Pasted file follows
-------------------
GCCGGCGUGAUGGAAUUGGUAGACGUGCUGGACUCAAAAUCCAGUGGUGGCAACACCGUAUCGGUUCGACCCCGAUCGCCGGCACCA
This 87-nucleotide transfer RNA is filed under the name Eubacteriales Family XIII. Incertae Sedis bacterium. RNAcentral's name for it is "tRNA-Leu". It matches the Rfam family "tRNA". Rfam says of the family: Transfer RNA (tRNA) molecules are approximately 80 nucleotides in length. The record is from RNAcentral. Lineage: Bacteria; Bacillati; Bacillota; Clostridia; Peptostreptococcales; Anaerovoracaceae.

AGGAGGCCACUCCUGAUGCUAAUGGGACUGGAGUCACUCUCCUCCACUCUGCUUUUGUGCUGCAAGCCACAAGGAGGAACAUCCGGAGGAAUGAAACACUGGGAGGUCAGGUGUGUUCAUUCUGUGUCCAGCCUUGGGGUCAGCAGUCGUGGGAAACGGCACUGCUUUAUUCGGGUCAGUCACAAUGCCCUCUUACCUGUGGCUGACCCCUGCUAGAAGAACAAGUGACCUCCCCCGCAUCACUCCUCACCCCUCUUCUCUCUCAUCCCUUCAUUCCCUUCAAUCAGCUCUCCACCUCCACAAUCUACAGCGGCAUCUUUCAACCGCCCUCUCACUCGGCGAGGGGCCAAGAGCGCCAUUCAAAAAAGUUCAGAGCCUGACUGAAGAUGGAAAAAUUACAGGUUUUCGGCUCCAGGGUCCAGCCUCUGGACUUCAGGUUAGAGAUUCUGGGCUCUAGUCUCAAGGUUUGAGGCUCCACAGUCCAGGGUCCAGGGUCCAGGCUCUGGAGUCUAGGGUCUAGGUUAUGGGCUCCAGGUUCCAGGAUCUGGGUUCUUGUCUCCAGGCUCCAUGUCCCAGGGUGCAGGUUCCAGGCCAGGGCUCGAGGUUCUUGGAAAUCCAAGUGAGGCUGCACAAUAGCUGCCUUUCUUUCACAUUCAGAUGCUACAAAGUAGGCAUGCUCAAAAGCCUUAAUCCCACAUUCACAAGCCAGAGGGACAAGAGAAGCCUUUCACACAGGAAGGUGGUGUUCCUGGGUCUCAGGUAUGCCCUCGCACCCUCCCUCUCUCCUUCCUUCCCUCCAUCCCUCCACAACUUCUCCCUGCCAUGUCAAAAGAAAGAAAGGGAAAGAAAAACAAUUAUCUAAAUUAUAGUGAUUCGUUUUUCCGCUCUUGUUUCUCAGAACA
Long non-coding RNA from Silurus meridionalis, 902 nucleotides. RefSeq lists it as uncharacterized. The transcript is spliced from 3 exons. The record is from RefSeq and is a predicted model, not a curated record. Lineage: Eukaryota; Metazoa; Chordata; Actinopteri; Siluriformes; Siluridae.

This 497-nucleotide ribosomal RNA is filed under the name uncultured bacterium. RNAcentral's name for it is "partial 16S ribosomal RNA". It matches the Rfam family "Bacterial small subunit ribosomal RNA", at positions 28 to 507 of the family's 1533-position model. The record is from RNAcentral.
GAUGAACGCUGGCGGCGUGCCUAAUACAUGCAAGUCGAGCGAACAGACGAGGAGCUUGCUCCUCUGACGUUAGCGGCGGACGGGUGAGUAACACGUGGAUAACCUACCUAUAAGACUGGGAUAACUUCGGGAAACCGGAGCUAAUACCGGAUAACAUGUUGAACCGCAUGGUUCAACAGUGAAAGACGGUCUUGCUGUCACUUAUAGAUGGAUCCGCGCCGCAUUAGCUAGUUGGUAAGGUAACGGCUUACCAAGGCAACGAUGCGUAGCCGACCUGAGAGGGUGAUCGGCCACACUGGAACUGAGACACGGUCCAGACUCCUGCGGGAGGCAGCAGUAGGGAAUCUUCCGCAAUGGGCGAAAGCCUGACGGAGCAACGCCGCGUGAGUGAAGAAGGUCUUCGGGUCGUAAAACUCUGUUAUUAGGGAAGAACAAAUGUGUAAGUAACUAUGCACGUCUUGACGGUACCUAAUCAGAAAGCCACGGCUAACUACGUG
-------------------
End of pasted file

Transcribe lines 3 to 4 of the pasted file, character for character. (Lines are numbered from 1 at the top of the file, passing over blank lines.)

AGGAGGCCACUCCUGAUGCUAAUGGGACUGGAGUCACUCUCCUCCACUCUGCUUUUGUGCUGCAAGCCACAAGGAGGAACAUCCGGAGGAAUGAAACACUGGGAGGUCAGGUGUGUUCAUUCUGUGUCCAGCCUUGGGGUCAGCAGUCGUGGGAAACGGCACUGCUUUAUUCGGGUCAGUCACAAUGCCCUCUUACCUGUGGCUGACCCCUGCUAGAAGAACAAGUGACCUCCCCCGCAUCACUCCUCACCCCUCUUCUCUCUCAUCCCUUCAUUCCCUUCAAUCAGCUCUCCACCUCCACAAUCUACAGCGGCAUCUUUCAACCGCCCUCUCACUCGGCGAGGGGCCAAGAGCGCCAUUCAAAAAAGUUCAGAGCCUGACUGAAGAUGGAAAAAUUACAGGUUUUCGGCUCCAGGGUCCAGCCUCUGGACUUCAGGUUAGAGAUUCUGGGCUCUAGUCUCAAGGUUUGAGGCUCCACAGUCCAGGGUCCAGGGUCCAGGCUCUGGAGUCUAGGGUCUAGGUUAUGGGCUCCAGGUUCCAGGAUCUGGGUUCUUGUCUCCAGGCUCCAUGUCCCAGGGUGCAGGUUCCAGGCCAGGGCUCGAGGUUCUUGGAAAUCCAAGUGAGGCUGCACAAUAGCUGCCUUUCUUUCACAUUCAGAUGCUACAAAGUAGGCAUGCUCAAAAGCCUUAAUCCCACAUUCACAAGCCAGAGGGACAAGAGAAGCCUUUCACACAGGAAGGUGGUGUUCCUGGGUCUCAGGUAUGCCCUCGCACCCUCCCUCUCUCCUUCCUUCCCUCCAUCCCUCCACAACUUCUCCCUGCCAUGUCAAAAGAAAGAAAGGGAAAGAAAAACAAUUAUCUAAAUUAUAGUGAUUCGUUUUUCCGCUCUUGUUUCUCAGAACA
Long non-coding RNA from Silurus meridionalis, 902 nucleotides. RefSeq lists it as uncharacterized. The transcript is spliced from 3 exons. The record is from RefSeq and is a predicted model, not a curated record. Lineage: Eukaryota; Metazoa; Chordata; Actinopteri; Siluriformes; Siluridae.